• High heat. You’ll want to cook with higher heat to get that nice char and sear that is well-known in Thai cuisine. With that in mind, make sure your cooking oil is one that has a higher smoke point (like avocado oil).
thai basil fried rice in a speckled bowl

Storage and Reheating Instructions

Store leftover fried rice in an airtight container in the refrigerator for up to five days. To reheat rice, I like putting a damp paper towel over the rice then covering with a container and microwaving. This creates steam and keeps the rice tender and not dry.

What to Serve with Basil Fried Rice

This fried rice recipe is a great side dish to accompany some of your favorite Thai dishes such as these:

And if you really want to be authentic, wash it down with this Chè Thái (Vietnamese Fruit Cocktail)!

thai basil fried rice in a bowl mold on top of a grey ceramic plate with wooden chopsticks and thai basil next to the plate

Thai Basil Fried Rice

5 from 1 vote
Prep Time: 10 minutes
Cook Time: 15 minutes
Total Time: 25 minutes
Servings: 2 servings (600 grams total)
Author: Julie Chiou
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For the rice:

  • 4 cloves garlic, smashed
  • 2 large handfuls Thai basil leaves
  • 2 bell peppers, diced
  • 1 medium onion, diced
  • 400 grams day old white rice

For the sauce:

  • 2 tablespoons oyster sauce
  • 1 ½ tablespoons sweet soy sauce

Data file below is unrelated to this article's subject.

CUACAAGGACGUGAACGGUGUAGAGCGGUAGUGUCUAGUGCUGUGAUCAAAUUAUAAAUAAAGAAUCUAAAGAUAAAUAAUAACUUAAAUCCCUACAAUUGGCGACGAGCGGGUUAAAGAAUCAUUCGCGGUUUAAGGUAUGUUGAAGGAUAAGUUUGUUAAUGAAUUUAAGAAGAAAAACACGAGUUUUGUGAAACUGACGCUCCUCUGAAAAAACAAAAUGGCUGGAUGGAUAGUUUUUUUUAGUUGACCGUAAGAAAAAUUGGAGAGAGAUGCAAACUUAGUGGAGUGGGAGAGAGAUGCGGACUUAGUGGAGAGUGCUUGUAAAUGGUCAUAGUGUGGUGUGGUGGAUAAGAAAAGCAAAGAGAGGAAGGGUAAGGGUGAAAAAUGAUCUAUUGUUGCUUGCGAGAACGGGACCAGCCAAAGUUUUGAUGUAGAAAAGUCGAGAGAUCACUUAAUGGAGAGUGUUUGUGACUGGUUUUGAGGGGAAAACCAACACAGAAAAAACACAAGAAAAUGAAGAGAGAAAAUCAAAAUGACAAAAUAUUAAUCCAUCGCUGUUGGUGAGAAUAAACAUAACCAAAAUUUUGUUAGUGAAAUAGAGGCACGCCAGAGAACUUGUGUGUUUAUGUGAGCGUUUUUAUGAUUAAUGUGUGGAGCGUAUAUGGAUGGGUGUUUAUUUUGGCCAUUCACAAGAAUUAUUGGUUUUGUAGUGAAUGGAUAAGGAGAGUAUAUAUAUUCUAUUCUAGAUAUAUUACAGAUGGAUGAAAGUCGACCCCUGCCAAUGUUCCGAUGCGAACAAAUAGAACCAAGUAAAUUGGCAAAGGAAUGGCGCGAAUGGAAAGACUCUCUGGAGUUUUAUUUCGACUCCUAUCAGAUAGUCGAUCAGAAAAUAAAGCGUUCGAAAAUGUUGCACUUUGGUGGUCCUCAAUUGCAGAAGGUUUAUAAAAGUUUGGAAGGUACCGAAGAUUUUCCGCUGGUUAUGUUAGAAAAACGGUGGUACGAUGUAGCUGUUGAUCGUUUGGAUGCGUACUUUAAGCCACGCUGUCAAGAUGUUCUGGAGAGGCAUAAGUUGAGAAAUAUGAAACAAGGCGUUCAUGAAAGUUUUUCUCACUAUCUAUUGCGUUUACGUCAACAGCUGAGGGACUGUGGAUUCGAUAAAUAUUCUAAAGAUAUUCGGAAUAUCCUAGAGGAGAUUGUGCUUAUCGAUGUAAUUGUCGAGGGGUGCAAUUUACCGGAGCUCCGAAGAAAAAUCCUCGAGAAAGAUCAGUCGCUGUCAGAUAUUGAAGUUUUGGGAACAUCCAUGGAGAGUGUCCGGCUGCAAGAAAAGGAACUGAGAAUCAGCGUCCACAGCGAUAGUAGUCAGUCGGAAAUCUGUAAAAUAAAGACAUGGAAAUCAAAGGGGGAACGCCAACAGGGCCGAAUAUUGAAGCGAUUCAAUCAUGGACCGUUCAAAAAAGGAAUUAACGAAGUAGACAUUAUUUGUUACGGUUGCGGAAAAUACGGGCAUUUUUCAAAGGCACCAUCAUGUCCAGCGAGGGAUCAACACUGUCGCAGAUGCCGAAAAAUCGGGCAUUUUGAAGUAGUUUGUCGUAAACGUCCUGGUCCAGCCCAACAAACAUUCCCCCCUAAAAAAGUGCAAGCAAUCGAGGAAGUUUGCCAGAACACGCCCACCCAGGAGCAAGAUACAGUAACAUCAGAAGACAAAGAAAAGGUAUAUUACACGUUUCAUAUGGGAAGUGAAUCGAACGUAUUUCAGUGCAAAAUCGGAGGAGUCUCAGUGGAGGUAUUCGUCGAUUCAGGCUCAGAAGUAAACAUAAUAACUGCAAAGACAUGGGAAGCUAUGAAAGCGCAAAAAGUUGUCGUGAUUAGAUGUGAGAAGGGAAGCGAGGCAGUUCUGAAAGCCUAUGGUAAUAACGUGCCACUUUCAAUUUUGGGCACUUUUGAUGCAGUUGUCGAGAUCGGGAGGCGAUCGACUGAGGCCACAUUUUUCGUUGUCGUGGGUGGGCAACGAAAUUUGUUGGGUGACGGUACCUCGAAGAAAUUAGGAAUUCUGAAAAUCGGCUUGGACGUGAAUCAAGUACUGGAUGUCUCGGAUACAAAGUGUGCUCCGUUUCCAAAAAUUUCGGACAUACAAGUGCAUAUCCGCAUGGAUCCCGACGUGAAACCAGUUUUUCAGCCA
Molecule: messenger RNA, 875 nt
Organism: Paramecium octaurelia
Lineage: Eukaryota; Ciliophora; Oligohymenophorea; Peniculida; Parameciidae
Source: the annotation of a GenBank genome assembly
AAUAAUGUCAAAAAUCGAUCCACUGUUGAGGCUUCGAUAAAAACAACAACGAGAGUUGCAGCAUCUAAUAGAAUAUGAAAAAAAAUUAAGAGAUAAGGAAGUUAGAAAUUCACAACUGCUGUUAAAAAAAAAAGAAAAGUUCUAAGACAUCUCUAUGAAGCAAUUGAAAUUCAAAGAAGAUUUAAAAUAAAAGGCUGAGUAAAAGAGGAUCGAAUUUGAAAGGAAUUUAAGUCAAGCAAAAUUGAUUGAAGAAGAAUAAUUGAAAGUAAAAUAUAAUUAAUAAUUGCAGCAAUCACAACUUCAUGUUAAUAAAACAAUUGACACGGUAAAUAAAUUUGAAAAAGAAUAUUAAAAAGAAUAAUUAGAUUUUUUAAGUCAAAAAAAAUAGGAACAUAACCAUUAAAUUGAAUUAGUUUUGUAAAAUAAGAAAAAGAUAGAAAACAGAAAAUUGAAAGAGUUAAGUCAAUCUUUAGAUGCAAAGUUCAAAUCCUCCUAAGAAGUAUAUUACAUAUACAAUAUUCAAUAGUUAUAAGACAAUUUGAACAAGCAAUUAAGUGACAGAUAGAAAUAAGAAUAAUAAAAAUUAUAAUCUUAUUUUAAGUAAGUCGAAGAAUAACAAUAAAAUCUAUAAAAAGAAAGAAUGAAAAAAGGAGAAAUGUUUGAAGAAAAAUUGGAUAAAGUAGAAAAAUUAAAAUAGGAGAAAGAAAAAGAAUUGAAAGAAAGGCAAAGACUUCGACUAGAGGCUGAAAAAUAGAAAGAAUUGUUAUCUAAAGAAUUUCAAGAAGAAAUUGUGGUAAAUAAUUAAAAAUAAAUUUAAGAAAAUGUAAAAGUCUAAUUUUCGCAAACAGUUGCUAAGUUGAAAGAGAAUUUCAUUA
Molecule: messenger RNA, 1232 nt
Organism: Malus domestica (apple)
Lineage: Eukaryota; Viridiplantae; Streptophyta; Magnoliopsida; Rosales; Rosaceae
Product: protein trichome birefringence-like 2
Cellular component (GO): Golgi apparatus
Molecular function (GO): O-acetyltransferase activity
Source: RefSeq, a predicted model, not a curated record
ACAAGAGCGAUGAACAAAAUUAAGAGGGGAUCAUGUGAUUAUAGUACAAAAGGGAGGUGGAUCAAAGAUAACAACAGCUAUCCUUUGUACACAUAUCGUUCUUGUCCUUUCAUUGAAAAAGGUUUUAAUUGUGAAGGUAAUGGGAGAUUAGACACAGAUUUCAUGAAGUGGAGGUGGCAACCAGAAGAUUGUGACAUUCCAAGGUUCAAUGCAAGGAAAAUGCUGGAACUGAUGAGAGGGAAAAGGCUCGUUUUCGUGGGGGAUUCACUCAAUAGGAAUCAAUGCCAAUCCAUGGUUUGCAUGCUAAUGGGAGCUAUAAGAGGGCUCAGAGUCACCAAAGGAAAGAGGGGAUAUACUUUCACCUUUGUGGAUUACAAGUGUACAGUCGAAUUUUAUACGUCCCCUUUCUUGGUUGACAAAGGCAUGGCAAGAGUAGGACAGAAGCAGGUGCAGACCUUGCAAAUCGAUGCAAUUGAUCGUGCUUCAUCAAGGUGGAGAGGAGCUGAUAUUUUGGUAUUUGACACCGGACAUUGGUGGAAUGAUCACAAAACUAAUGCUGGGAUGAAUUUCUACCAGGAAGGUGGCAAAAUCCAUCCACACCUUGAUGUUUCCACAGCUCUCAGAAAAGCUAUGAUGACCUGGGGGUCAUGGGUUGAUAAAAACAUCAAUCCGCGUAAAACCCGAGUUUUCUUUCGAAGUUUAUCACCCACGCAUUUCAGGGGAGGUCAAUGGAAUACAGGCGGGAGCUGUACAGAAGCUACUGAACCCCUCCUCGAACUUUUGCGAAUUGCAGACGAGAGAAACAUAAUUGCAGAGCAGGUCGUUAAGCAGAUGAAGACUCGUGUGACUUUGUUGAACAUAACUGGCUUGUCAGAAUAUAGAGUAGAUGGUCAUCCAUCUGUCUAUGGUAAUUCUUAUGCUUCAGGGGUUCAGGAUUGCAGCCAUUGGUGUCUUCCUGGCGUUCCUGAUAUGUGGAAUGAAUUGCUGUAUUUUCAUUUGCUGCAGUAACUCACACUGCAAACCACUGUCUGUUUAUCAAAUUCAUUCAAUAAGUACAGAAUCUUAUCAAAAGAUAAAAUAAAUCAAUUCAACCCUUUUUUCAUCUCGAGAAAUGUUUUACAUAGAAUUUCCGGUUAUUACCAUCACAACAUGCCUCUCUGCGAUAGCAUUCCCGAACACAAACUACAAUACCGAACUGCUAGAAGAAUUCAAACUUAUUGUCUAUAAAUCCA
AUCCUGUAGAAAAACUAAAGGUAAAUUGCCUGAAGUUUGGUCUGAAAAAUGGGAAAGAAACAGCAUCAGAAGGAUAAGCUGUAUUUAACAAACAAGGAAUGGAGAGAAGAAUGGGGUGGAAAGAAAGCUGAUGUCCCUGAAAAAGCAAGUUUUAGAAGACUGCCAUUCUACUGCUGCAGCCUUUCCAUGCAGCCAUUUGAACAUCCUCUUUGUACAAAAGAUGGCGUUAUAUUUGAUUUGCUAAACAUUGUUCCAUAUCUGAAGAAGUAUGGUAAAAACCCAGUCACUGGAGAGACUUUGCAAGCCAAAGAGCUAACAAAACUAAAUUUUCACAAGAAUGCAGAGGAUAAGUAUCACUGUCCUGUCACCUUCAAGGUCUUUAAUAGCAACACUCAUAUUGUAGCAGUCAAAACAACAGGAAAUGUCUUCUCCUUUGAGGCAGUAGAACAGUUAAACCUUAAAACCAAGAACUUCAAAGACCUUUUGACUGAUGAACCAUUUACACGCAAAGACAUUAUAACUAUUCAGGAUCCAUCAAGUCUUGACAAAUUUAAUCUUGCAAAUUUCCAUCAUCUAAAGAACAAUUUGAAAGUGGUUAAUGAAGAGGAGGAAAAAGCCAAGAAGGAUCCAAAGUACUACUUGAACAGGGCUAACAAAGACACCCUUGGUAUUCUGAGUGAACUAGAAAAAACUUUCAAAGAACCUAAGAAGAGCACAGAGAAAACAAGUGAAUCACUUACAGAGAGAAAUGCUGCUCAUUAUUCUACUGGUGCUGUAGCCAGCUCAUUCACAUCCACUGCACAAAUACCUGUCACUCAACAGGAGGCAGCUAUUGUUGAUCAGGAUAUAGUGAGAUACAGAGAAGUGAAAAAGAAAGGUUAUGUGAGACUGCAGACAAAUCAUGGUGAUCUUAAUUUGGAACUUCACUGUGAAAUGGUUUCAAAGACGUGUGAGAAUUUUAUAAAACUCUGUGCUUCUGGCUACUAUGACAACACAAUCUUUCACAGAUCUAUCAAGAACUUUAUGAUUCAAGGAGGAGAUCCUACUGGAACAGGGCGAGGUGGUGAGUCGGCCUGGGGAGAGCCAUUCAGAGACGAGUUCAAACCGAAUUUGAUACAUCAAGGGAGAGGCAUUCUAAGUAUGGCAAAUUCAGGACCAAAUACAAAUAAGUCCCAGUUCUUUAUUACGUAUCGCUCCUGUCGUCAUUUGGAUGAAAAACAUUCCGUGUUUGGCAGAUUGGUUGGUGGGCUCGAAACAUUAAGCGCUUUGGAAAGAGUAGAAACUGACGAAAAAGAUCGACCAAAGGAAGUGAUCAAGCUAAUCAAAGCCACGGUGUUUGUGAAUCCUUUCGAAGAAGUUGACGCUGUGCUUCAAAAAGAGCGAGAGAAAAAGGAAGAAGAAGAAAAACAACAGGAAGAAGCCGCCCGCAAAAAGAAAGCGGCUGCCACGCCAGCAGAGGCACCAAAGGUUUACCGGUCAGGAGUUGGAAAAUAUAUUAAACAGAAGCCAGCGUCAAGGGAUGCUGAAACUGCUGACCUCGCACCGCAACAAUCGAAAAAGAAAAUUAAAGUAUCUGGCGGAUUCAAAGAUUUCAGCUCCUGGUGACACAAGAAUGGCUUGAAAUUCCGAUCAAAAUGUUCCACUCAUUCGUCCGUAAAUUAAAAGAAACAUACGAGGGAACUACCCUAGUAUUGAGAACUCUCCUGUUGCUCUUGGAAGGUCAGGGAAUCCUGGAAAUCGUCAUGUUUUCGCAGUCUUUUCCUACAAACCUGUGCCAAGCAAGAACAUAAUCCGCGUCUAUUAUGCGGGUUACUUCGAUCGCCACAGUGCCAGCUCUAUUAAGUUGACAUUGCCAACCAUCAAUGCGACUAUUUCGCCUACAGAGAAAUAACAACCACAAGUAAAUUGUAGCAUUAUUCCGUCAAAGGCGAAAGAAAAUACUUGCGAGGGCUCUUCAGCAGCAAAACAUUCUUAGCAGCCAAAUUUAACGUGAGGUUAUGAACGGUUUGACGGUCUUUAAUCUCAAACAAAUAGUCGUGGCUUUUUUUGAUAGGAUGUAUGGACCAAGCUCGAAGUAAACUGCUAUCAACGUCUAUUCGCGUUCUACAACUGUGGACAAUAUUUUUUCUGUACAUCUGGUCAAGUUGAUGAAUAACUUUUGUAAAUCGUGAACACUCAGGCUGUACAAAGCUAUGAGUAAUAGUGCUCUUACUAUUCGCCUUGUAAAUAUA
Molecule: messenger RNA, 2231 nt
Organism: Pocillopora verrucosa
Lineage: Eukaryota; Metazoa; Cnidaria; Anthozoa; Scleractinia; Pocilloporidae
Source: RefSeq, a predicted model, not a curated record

• 1 teaspoon dark soy sauce
  • 1 teaspoon fish sauce



  • Whisk all the ingredients for the sauce together and set aside.
  • Add 1 tablespoon of vegetable oil to a large skillet or wok over and sauté garlic and basil on high heat, just until fragrant.
  • Add the bell peppers and onions and cook until softened.
  • Add the rice to the skillet/wok and break it into smaller pieces. Pour the sauce over top and stir to incorporate. Add more Thai basil leaves, if desired.
  • Feel free to add spice to it like red chilies or something else you prefer.


Serving: 300 grams | Calories: 388 kcal | Carbohydrates: 85 g | Protein: 8 g | Fat: 1 g | Saturated Fat: 0.3 g | Polyunsaturated Fat: 0.4 g | Monounsaturated Fat: 0.2 g | Sodium: 1147 mg | Potassium: 451 mg | Fiber: 4 g | Sugar: 18 g

This website provides approximate nutrition information for convenience and as a courtesy only. Nutrition information can vary for a variety of reasons. For the most precise nutritional data use your preferred nutrition calculator based on the actual ingredients you used in the recipe.

The default measuring system for this website is US Customary. Unit conversions are provided for convenience and as a courtesy only. While we strive to provide accurate unit conversions, please be aware that there may be some discrepancies.